Business leaders need to have voice in transportation debate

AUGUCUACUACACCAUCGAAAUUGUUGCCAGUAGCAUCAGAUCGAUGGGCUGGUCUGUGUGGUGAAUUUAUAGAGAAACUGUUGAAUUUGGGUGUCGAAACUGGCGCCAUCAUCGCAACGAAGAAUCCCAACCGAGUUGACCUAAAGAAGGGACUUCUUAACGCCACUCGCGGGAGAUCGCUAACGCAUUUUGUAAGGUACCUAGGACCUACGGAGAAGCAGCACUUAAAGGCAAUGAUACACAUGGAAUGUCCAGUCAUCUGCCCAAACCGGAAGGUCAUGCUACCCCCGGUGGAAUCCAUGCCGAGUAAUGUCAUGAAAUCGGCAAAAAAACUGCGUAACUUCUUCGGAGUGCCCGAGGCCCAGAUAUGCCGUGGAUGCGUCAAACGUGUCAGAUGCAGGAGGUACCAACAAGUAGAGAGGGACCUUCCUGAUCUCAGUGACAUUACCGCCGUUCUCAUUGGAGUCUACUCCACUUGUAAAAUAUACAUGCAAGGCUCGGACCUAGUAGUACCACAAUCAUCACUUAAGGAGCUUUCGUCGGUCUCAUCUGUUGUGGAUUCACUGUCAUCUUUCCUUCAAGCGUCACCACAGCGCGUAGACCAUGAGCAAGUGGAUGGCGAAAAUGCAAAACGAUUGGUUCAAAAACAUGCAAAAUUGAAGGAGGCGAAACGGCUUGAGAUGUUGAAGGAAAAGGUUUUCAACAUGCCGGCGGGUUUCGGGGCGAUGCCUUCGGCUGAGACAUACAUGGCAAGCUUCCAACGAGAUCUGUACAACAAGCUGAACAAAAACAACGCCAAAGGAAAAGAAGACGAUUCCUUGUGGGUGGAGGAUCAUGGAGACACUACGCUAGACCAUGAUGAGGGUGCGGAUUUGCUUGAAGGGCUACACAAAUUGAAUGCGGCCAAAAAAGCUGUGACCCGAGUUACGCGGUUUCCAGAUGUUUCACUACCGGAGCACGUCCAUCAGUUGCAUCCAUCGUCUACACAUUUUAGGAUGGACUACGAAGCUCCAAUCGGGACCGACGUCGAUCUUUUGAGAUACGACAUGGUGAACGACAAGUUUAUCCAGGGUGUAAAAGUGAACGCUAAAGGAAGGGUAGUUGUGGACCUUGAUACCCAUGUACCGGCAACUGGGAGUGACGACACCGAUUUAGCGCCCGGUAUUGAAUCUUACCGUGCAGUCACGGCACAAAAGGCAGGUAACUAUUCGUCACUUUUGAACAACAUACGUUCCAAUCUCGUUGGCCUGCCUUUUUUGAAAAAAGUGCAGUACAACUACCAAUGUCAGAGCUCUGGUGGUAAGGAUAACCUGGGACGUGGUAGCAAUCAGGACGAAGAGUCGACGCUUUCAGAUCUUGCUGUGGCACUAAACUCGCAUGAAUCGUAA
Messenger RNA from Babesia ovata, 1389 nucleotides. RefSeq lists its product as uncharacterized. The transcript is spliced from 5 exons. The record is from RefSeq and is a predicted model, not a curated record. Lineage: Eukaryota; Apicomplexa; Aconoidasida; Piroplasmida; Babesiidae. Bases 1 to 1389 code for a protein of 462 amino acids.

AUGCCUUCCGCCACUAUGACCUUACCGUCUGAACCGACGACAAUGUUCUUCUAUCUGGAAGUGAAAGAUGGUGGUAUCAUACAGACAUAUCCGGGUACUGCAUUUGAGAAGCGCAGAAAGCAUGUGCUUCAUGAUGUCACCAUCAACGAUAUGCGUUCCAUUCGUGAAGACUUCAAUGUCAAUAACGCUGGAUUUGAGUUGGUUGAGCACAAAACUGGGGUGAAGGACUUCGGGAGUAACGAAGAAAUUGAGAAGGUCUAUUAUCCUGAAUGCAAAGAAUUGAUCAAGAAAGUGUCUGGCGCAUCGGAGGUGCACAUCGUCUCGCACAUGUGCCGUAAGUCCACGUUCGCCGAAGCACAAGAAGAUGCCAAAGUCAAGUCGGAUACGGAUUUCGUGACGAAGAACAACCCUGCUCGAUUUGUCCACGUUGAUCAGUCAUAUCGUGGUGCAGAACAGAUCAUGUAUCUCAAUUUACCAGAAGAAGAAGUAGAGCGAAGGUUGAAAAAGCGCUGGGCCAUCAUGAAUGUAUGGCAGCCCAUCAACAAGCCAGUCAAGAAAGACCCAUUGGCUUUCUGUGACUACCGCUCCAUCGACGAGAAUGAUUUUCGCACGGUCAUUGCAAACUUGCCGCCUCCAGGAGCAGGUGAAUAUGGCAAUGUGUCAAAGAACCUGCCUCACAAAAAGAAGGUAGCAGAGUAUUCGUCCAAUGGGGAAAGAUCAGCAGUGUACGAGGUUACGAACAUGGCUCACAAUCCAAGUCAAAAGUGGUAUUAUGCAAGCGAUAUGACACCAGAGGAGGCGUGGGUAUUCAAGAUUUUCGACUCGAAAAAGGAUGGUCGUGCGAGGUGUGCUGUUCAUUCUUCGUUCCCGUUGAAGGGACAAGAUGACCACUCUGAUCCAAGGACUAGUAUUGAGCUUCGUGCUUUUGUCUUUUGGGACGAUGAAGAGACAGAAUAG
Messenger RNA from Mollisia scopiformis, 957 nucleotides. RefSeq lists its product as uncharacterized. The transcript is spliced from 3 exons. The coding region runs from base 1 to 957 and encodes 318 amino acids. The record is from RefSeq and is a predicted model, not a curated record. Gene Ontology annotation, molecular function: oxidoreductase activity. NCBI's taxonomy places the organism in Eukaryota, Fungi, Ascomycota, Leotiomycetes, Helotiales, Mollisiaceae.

The announcement last week that a new business group had formed to help the city of Aspen and its citizens tackle one of its thorniest issues is welcome news.Bill Dinsmoor, Ernie Fyrwald, Dwayne Romero, David Perry, John Starr, Howie Mallory, Tony Mazza and a handful of other successful members of the business community announced the formation of the Aspen Business Improvement League with the promise to begin a bicycle-sharing program before next summer. It’s the first shot in what will hopefully become an active role from the business community in the transportation debate.Wouldn’t be nice if this latest infusion into the never-ending debate over transportation and the Entrance to Aspen pushed the community toward a solution – and, dare we say it, an end – to the problem?We don’t know at this point what solution the group might eventually support for the Entrance to Aspen, but the group has the potential to be important just by virtue of representing a broad cross-section of Aspen businesspeople. Hopefully its formation will engage some of the community’s most successful, intelligent and interested members, people with much at stake in Aspen’s future, in the ongoing discussion about transportation, development and other important issues. If the ABIL’s plans come to fruition, it will reinvent itself as a business improvement district that taxes businesses within its boundaries and spends the money to improve the business climate in town. Those who don’t think Aspen’s awful traffic degrades the business climate, just as it degrades community, are fooling themselves. Hundreds, if not thousands, of downvalley residents – a great many of them former Aspenites – purposefully avoid Aspen on the weekends because they don’t want to get stuck in traffic.By starting with a bike-sharing program, the business leaders involved with ABIL have made it clear that transportation is an important issue. The group has also made it clear that its most important constituency – the center of its world – is Aspen. Bicycles won’t do much to reduce the morning lineups from Sardy Field to Seventh Street, or the afternoon lineups from Main Street to Truscott. But they will likely make it easier on those who live in town or commute to work on the bus. The bicycle-sharing program is a small but real contribution toward fixing a large and long-running problem.Certainly there is room for business leaders at the table, just as there is for community activists, government leaders and the press. We welcome their involvement.
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